216<title>Configuring your Network</title> 226<title>Configuring your Network</title>
217<body> 227<body>
254link="?part=1&amp;chap=3#doc_chap4_sect3">Understanding Network 264link="?part=1&amp;chap=3#doc_chap4_sect3">Understanding Network
255Terminology</uri> if you haven't done so already. 265Terminology</uri> if you haven't done so already.
256</p> 266</p>
257 267
258<p> 268<p>
259So lets give two examples; the first one uses DHCP, the second one a static IP 269So let us give two examples; the first one uses DHCP, the second one a static IP
260(192.168.0.2) with netmask 255.255.255.0, broadcast 192.168.0.255 and gateway 270(192.168.0.2) with netmask 255.255.255.0, broadcast 192.168.0.255 and gateway
261192.168.0.1: 271192.168.0.1:
262</p> 272</p>
263 273
264<pre caption="Examples for /etc/conf.d/net"> 274<pre caption="Examples for /etc/conf.d/net">
317<p> 327<p>
318You now need to inform Linux about your network. This is defined in 328You now need to inform Linux about your network. This is defined in
319<path>/etc/hosts</path> and helps in resolving hostnames to IP addresses 329<path>/etc/hosts</path> and helps in resolving hostnames to IP addresses
320for hosts that aren't resolved by your nameserver. For instance, if your 330for hosts that aren't resolved by your nameserver. For instance, if your
321internal network consists of three PCs called <c>jenny</c> (192.168.0.5), 331internal network consists of three PCs called <c>jenny</c> (192.168.0.5),
322<c>benny</c> (192.168.0.6) and <c>tux</c> (this system) you would 332<c>benny</c> (192.168.0.6) and <c>tux</c> (192.168.0.7 - this system) you would
323open <path>/etc/hosts</path> and fill in the values: 333open <path>/etc/hosts</path> and fill in the values:
324</p> 334</p>
325 335
326<pre caption="Opening /etc/hosts"> 336<pre caption="Opening /etc/hosts">
327# <i>nano -w /etc/hosts</i> 337# <i>nano -w /etc/hosts</i>
328</pre> 338</pre>
329 339
330<pre caption="Filling in the networking information"> 340<pre caption="Filling in the networking information">
331127.0.0.1 tux.homenetwork localhost 341127.0.0.1 localhost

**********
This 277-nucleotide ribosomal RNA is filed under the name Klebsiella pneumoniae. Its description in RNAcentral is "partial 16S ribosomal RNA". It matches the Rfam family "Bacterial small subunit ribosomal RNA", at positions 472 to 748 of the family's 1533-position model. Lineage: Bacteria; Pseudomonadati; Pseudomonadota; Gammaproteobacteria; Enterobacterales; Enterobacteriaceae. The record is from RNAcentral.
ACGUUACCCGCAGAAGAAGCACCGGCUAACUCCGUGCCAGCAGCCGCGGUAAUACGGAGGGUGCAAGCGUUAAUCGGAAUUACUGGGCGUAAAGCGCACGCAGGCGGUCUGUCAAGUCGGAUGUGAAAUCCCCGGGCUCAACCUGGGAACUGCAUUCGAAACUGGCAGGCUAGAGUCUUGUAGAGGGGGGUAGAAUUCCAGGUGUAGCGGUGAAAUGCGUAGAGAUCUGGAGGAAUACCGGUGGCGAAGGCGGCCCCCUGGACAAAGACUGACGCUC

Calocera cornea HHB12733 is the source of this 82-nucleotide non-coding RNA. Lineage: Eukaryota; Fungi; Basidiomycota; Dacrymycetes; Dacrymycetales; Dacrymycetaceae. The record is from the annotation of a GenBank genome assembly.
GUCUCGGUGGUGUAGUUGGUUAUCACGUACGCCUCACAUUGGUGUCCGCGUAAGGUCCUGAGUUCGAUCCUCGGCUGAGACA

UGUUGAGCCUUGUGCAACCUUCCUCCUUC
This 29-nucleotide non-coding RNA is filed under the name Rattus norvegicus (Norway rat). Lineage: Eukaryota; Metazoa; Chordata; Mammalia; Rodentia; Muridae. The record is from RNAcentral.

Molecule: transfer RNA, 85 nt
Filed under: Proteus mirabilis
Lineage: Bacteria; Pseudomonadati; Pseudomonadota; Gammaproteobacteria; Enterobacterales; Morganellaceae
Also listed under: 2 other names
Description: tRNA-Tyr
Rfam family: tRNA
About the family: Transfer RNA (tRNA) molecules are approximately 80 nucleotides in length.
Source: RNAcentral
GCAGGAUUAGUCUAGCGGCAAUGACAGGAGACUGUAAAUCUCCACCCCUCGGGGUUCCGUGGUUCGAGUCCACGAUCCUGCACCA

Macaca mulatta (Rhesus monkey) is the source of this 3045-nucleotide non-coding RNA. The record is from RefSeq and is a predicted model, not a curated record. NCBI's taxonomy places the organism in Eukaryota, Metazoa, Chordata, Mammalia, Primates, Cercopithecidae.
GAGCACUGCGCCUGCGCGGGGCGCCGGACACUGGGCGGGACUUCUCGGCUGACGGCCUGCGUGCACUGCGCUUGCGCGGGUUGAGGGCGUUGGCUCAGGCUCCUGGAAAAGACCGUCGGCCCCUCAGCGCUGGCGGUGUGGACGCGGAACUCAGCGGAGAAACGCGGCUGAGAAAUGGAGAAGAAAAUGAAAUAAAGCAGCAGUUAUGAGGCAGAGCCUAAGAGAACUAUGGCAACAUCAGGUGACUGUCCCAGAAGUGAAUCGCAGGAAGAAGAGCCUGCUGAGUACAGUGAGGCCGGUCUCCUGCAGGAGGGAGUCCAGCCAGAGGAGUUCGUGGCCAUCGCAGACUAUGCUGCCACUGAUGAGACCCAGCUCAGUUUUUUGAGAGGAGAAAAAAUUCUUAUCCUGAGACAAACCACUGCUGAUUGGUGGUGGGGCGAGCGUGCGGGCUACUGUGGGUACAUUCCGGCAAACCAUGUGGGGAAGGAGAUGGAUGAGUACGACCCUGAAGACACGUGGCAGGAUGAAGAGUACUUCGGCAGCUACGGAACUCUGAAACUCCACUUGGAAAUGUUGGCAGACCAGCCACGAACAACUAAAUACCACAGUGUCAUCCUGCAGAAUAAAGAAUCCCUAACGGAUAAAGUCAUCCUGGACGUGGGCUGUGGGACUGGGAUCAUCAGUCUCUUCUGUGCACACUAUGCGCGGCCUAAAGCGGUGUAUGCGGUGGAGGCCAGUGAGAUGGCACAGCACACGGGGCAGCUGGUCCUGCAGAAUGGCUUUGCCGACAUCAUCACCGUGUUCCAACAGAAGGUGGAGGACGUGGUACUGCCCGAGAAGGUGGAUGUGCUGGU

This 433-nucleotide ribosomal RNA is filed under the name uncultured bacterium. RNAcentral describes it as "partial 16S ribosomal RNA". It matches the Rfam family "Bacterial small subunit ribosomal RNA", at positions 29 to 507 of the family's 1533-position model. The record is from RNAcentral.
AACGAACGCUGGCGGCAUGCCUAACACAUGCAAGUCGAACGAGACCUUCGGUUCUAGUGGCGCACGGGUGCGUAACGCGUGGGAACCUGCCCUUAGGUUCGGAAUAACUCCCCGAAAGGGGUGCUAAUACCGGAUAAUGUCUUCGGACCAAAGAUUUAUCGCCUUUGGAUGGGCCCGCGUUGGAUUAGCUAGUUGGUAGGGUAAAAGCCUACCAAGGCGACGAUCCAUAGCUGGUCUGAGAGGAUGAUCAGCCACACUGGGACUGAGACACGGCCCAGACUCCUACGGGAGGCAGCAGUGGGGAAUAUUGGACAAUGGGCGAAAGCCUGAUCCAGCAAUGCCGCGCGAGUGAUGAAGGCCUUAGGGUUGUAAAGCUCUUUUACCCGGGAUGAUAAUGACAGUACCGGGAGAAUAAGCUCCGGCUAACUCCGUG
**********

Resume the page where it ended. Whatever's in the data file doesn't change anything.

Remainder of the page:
332192.168.0.5 jenny 342192.168.0.5 jenny
333192.168.0.56 benny 343192.168.0.6 benny
344192.168.0.7 tux
334</pre> 345</pre>
335 346
336<p> 347<p>
337If your system is the only system (or the nameservers handle all name 348If your system is the only system (or the nameservers handle all name
338resolution) a single line is sufficient: 349resolution) a single line is sufficient:
361<p> 372<p>
362PCMCIA-users should first install the <c>pcmcia-cs</c> package: 373PCMCIA-users should first install the <c>pcmcia-cs</c> package:
363</p> 374</p>
364 375
365<pre caption="Installing pcmcia-cs"> 376<pre caption="Installing pcmcia-cs">
366# <i>emerge -k pcmcia-cs</i> 377# <i>emerge --usepkg pcmcia-cs</i>
367</pre> 378</pre>
368 379
369<p> 380<p>
370When <c>pcmcia-cs</c> is installed, add <c>pcmcia</c> to the <e>boot</e> 381When <c>pcmcia-cs</c> is installed, add <c>pcmcia</c> to the <e>boot</e>
371runlevel: 382runlevel:
372</p> 383</p>
373 384
374<pre caption="Adding pcmcia to the default runlevel"> 385<pre caption="Adding pcmcia to the boot runlevel">
375# <i>rc-update add pcmcia boot</i> 386# <i>rc-update add pcmcia boot</i>
376</pre> 387</pre>
377 388
378</body> 389</body>
379</subsection> 390</subsection>
391# <i>nano -w /etc/rc.conf</i> 402# <i>nano -w /etc/rc.conf</i>
392</pre> 403</pre>
393 404
394<p> 405<p>
395As you can see, this file is well commented to help you set up the necessary 406As you can see, this file is well commented to help you set up the necessary
396configuration variables. When you're finished configuring 407configuration variables. Take special care with the <c>KEYMAP</c> setting: if
397<path>/etc/rc.conf</path>, save and exit to continue. 408you select the wrong <c>KEYMAP</c> you will get weird results when typing on
409your keyboard.
410</p>
411
412<note>
413Users of USB-based SPARC systems and SPARC clones might need to select an i386
414keymap (such as "us") instead of "sunkeymap".
415</note>
416
417<p>
418When you're finished configuring <path>/etc/rc.conf</path>, save and exit, then
419continue with <uri link="?part=1&amp;chap=9">Configuring the Bootloader</uri>.
398</p> 420</p>
399 421
400</body> 422</body>
401</section> 423</section>
402</sections> 424</sections>